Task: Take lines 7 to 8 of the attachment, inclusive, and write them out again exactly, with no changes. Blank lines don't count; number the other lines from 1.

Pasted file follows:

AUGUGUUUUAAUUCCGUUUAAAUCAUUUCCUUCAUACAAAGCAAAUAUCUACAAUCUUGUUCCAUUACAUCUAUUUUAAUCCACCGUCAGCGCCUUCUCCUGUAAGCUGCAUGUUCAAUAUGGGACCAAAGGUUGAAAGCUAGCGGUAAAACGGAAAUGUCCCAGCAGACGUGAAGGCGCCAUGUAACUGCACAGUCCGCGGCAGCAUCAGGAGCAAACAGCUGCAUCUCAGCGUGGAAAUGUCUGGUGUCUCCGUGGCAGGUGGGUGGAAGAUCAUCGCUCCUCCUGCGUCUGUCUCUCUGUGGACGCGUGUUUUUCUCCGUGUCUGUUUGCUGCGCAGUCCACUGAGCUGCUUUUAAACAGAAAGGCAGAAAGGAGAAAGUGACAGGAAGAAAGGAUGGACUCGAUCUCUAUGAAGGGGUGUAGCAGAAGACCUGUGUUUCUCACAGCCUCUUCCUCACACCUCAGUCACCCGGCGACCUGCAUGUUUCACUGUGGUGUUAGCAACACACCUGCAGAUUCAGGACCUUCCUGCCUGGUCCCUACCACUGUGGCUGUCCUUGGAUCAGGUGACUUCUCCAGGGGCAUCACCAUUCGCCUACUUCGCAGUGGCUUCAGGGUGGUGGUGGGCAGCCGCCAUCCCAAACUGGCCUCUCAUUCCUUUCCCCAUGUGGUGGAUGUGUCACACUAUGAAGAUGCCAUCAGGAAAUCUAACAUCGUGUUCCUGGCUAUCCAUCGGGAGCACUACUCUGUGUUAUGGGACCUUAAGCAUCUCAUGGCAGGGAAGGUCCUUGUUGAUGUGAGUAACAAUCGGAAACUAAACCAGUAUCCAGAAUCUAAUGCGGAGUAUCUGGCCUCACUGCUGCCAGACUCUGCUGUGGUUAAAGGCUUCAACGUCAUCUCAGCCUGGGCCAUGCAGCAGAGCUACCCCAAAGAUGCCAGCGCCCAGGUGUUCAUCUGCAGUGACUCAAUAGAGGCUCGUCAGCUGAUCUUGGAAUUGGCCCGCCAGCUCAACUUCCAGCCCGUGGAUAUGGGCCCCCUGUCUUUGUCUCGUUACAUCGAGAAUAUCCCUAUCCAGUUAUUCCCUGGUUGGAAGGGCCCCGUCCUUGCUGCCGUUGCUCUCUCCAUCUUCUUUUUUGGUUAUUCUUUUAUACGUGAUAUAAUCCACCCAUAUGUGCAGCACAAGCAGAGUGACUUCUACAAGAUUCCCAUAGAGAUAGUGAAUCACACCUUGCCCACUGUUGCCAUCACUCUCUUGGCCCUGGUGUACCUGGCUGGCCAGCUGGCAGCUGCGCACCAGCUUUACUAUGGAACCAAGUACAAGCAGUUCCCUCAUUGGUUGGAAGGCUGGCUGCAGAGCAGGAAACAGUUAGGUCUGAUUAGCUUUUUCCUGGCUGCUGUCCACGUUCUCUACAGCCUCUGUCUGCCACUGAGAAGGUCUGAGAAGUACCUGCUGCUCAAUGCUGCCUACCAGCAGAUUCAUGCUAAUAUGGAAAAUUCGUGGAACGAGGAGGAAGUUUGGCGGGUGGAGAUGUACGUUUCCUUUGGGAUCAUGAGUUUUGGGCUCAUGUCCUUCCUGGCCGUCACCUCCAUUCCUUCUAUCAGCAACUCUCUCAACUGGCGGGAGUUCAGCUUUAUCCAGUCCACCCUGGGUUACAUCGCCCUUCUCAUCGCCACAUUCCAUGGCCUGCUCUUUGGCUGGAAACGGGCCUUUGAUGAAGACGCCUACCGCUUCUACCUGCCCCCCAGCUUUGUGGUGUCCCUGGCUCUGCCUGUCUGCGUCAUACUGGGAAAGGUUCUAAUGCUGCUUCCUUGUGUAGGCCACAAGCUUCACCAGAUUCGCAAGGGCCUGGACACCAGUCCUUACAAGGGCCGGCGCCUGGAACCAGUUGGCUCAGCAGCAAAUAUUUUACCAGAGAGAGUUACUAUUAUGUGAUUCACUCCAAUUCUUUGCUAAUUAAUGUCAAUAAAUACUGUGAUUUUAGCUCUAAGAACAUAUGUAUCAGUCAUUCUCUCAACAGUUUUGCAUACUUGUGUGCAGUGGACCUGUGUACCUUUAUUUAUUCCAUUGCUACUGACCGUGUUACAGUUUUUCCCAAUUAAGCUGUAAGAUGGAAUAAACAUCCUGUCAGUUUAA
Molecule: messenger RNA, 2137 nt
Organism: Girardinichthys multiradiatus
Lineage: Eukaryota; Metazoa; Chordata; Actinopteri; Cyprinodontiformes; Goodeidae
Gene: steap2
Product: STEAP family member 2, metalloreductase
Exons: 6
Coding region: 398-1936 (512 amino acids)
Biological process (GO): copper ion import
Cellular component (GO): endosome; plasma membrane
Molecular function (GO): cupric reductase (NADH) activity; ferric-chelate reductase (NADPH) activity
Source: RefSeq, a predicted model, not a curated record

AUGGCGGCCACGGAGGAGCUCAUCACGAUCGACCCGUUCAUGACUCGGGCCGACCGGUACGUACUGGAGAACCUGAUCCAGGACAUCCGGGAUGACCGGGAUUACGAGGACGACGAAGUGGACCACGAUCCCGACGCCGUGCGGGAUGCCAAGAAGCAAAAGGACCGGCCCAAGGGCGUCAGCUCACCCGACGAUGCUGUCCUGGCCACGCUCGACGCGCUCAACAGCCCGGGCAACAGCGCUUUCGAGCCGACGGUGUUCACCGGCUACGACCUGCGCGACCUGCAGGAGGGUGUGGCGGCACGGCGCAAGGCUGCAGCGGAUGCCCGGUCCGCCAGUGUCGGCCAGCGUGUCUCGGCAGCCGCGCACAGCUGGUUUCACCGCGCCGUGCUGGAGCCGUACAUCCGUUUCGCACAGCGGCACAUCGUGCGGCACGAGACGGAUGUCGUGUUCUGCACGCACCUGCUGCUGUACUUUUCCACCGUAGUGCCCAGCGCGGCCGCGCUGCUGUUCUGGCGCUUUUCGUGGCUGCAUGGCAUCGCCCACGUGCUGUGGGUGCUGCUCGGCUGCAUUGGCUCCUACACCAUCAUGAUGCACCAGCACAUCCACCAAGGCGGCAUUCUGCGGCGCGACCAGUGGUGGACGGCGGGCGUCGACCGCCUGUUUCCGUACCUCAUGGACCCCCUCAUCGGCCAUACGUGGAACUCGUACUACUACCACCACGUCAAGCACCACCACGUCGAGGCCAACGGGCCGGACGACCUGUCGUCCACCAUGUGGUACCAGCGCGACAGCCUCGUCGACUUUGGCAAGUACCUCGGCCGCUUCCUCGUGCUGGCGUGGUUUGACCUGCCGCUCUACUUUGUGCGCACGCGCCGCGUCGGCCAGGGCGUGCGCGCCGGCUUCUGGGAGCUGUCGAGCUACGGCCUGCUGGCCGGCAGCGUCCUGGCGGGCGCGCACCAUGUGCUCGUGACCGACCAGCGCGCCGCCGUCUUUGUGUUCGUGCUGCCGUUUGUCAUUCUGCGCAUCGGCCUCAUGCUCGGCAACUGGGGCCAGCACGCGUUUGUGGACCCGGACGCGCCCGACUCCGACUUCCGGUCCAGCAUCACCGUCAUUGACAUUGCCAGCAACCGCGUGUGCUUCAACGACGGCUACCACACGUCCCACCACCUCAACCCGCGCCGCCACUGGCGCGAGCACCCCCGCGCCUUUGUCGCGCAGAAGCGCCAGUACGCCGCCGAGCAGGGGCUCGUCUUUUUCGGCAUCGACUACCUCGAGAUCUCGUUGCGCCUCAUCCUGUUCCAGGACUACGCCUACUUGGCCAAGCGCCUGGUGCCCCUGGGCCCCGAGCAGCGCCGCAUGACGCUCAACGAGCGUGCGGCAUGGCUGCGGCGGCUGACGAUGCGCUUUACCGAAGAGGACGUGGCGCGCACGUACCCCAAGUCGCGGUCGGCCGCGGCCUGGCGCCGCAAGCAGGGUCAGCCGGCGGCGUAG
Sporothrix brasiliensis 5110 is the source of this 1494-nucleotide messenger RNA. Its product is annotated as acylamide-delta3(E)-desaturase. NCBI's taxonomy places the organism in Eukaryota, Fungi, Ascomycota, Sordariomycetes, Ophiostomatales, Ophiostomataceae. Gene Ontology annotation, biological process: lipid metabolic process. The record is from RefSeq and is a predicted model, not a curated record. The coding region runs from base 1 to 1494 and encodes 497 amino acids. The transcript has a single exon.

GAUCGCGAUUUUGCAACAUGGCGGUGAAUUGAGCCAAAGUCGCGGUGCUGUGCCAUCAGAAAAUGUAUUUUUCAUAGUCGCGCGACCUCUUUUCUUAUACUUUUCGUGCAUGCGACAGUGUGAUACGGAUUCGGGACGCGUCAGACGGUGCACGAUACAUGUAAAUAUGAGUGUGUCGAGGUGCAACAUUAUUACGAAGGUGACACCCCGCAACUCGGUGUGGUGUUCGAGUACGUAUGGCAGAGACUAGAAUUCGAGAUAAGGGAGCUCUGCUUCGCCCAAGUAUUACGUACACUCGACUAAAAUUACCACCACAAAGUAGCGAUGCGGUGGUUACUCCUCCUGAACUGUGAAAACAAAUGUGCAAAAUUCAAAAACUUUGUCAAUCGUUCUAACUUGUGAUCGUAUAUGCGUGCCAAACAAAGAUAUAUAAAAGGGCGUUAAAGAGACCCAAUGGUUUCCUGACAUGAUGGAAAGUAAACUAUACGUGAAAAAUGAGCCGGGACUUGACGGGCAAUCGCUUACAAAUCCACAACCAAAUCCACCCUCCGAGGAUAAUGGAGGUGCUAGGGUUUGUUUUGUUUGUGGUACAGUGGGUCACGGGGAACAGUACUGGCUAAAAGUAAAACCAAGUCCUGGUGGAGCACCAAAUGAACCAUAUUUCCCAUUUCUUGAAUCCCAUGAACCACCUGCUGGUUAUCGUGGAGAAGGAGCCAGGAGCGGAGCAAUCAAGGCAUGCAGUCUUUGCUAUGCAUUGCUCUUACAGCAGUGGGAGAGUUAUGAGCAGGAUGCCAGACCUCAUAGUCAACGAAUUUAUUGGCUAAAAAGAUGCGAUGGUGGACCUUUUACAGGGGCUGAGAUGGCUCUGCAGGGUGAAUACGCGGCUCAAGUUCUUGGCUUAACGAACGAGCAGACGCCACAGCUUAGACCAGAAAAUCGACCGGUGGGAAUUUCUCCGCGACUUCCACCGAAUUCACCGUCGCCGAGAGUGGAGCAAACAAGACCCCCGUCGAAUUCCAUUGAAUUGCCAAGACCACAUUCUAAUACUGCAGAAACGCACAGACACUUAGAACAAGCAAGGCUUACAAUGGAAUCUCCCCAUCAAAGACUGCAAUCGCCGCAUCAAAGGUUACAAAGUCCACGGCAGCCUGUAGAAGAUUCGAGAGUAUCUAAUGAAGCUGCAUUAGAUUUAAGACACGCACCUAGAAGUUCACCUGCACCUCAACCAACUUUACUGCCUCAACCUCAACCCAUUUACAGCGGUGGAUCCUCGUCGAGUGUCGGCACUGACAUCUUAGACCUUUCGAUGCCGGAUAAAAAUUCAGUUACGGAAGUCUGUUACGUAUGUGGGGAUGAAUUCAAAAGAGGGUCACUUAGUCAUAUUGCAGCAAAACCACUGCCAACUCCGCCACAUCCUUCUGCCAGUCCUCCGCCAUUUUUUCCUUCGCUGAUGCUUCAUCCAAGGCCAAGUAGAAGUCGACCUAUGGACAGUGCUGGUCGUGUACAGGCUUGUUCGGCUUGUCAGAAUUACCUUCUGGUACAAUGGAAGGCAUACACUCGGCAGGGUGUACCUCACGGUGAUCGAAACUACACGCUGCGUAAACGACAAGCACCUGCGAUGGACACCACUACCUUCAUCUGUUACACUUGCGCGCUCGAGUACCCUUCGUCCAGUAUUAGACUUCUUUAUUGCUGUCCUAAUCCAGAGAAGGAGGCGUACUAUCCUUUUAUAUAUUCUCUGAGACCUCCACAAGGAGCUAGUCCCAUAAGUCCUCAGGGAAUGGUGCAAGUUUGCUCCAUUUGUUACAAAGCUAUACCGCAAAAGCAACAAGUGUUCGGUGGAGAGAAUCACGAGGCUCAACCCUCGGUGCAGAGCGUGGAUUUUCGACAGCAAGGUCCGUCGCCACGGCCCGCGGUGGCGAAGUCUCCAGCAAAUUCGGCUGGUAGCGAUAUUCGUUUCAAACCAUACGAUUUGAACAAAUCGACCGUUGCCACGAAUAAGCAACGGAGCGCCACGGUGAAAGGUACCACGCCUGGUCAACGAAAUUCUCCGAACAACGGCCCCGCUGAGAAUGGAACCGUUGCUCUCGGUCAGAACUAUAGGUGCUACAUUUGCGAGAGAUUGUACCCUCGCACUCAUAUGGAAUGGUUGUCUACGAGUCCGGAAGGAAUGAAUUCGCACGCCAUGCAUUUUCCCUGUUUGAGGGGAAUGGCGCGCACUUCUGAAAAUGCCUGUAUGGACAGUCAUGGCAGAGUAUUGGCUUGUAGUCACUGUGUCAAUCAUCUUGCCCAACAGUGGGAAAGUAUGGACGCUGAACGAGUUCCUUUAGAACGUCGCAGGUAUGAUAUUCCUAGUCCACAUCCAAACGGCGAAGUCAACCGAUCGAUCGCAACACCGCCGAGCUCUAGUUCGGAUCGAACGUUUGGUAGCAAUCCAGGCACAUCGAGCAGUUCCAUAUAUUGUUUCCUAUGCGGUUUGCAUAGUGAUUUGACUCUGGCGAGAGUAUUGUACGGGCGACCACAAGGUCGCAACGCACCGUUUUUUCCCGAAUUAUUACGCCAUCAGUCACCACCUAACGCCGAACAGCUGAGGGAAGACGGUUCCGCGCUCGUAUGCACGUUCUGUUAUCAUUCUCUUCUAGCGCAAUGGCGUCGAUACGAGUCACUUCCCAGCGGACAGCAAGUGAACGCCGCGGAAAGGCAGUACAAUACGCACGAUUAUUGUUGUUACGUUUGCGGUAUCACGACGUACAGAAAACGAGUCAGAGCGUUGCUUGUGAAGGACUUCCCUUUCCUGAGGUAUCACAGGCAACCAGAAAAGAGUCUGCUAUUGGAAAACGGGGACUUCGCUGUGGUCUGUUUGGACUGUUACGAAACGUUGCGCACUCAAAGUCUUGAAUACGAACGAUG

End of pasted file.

Exons: 6
Coding region: 398-1936 (512 amino acids)